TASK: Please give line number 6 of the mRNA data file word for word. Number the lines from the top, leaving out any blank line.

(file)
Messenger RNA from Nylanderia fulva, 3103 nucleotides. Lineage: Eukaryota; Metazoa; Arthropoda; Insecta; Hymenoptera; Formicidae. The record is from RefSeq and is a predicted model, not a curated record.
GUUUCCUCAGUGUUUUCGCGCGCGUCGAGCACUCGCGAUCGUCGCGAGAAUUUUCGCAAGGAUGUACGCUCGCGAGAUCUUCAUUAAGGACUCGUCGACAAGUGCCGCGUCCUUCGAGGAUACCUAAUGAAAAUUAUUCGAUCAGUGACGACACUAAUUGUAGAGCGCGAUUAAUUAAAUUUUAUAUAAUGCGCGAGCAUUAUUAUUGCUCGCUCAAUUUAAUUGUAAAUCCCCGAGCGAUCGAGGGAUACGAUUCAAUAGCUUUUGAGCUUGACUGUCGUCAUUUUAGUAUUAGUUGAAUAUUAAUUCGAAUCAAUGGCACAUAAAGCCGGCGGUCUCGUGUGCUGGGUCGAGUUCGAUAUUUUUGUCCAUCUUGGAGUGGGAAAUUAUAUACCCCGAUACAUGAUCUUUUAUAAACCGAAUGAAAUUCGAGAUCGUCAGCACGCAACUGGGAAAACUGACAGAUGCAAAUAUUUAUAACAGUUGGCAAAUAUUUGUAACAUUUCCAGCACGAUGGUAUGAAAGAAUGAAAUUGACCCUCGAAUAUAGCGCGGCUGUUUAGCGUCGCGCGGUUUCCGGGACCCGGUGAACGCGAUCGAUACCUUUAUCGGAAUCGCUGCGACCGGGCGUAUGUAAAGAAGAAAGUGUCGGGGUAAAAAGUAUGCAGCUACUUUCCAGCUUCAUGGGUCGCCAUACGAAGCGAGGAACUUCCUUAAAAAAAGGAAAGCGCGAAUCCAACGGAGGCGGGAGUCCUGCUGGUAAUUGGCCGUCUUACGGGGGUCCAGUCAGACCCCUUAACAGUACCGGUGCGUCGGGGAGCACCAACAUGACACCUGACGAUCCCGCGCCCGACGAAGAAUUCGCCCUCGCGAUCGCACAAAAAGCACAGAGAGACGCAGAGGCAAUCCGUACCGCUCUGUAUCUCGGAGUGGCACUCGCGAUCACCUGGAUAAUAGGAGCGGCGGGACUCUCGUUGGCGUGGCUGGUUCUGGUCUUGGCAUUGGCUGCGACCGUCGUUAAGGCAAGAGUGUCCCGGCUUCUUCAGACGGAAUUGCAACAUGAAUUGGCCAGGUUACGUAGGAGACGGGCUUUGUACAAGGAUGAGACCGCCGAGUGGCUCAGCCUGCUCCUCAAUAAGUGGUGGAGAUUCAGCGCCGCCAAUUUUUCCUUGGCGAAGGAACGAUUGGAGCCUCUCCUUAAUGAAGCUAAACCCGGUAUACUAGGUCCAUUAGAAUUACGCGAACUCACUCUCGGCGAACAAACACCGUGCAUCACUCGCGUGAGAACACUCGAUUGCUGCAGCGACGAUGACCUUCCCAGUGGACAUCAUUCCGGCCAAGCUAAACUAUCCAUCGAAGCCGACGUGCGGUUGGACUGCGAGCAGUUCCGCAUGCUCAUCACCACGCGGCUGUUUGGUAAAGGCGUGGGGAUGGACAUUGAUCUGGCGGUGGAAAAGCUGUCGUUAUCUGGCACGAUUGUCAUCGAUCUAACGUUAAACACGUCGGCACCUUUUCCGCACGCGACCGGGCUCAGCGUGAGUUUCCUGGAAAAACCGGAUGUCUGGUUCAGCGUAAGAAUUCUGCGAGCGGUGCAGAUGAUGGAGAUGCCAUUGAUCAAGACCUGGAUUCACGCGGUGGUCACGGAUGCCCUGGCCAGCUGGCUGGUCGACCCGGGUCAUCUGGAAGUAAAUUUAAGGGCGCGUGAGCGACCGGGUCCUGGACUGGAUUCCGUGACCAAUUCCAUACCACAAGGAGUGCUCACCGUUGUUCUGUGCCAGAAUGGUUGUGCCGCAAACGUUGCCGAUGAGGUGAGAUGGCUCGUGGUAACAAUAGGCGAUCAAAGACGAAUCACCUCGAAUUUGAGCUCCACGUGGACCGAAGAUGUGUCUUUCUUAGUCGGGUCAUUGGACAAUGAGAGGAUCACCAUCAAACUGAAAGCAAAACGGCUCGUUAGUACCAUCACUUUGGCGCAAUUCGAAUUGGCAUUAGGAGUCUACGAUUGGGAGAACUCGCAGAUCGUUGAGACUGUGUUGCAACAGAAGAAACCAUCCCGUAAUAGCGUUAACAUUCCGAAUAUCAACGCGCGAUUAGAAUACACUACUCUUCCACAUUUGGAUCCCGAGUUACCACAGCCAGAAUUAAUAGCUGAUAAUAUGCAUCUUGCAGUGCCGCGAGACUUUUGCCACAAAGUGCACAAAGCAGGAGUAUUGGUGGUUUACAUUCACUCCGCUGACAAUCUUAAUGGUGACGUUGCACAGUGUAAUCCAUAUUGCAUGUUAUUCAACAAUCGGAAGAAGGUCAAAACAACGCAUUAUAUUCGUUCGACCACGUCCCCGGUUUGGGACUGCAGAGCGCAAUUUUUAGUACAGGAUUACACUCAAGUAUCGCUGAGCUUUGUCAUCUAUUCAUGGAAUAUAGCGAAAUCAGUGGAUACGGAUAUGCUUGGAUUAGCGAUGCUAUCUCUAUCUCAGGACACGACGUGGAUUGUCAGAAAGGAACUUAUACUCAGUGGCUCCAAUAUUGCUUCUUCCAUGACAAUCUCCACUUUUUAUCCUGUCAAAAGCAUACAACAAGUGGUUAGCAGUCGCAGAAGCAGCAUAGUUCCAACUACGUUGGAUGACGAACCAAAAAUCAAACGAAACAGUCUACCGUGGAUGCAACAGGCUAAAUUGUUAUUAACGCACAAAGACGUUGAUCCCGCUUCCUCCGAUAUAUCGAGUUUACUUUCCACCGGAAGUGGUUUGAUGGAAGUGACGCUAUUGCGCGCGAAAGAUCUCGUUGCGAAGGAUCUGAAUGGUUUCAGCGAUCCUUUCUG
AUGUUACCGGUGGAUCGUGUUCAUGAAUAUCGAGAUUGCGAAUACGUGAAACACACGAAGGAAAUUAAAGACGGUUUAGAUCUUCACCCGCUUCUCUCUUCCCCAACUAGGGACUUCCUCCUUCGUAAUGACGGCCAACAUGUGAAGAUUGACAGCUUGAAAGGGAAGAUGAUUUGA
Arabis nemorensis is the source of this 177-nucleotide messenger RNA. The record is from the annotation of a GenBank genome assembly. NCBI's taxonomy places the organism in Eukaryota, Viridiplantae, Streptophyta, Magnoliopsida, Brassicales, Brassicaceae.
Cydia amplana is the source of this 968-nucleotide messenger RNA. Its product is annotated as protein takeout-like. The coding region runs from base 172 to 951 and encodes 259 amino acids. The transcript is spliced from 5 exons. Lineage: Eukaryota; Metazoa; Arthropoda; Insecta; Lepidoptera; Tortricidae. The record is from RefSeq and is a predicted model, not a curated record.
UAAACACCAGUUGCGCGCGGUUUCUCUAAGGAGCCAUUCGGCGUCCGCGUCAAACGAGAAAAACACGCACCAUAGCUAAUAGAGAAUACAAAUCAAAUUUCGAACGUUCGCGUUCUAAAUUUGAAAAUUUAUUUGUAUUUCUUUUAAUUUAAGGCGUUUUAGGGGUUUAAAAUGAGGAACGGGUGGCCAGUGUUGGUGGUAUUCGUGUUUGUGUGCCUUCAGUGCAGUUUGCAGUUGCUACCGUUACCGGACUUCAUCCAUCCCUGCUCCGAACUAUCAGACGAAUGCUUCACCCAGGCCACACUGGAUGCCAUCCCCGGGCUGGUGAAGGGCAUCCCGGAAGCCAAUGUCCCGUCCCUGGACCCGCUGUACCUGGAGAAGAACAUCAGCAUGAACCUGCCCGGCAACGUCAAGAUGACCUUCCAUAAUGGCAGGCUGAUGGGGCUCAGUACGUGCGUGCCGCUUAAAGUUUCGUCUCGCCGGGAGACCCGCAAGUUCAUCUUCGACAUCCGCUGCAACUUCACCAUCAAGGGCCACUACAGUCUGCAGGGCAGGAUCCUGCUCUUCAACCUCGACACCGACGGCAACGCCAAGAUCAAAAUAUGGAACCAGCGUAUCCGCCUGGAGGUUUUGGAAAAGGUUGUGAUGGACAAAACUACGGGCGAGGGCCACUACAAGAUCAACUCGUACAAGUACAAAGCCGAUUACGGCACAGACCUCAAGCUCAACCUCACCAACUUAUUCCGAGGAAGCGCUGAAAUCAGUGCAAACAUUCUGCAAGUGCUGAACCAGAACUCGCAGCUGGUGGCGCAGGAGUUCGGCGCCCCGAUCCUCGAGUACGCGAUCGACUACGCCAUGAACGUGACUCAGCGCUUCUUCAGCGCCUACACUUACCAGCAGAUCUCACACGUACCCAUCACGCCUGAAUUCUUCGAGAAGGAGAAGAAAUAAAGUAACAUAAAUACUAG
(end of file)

UAAACACCAGUUGCGCGCGGUUUCUCUAAGGAGCCAUUCGGCGUCCGCGUCAAACGAGAAAAACACGCACCAUAGCUAAUAGAGAAUACAAAUCAAAUUUCGAACGUUCGCGUUCUAAAUUUGAAAAUUUAUUUGUAUUUCUUUUAAUUUAAGGCGUUUUAGGGGUUUAAAAUGAGGAACGGGUGGCCAGUGUUGGUGGUAUUCGUGUUUGUGUGCCUUCAGUGCAGUUUGCAGUUGCUACCGUUACCGGACUUCAUCCAUCCCUGCUCCGAACUAUCAGACGAAUGCUUCACCCAGGCCACACUGGAUGCCAUCCCCGGGCUGGUGAAGGGCAUCCCGGAAGCCAAUGUCCCGUCCCUGGACCCGCUGUACCUGGAGAAGAACAUCAGCAUGAACCUGCCCGGCAACGUCAAGAUGACCUUCCAUAAUGGCAGGCUGAUGGGGCUCAGUACGUGCGUGCCGCUUAAAGUUUCGUCUCGCCGGGAGACCCGCAAGUUCAUCUUCGACAUCCGCUGCAACUUCACCAUCAAGGGCCACUACAGUCUGCAGGGCAGGAUCCUGCUCUUCAACCUCGACACCGACGGCAACGCCAAGAUCAAAAUAUGGAACCAGCGUAUCCGCCUGGAGGUUUUGGAAAAGGUUGUGAUGGACAAAACUACGGGCGAGGGCCACUACAAGAUCAACUCGUACAAGUACAAAGCCGAUUACGGCACAGACCUCAAGCUCAACCUCACCAACUUAUUCCGAGGAAGCGCUGAAAUCAGUGCAAACAUUCUGCAAGUGCUGAACCAGAACUCGCAGCUGGUGGCGCAGGAGUUCGGCGCCCCGAUCCUCGAGUACGCGAUCGACUACGCCAUGAACGUGACUCAGCGCUUCUUCAGCGCCUACACUUACCAGCAGAUCUCACACGUACCCAUCACGCCUGAAUUCUUCGAGAAGGAGAAGAAAUAAAGUAACAUAAAUACUAG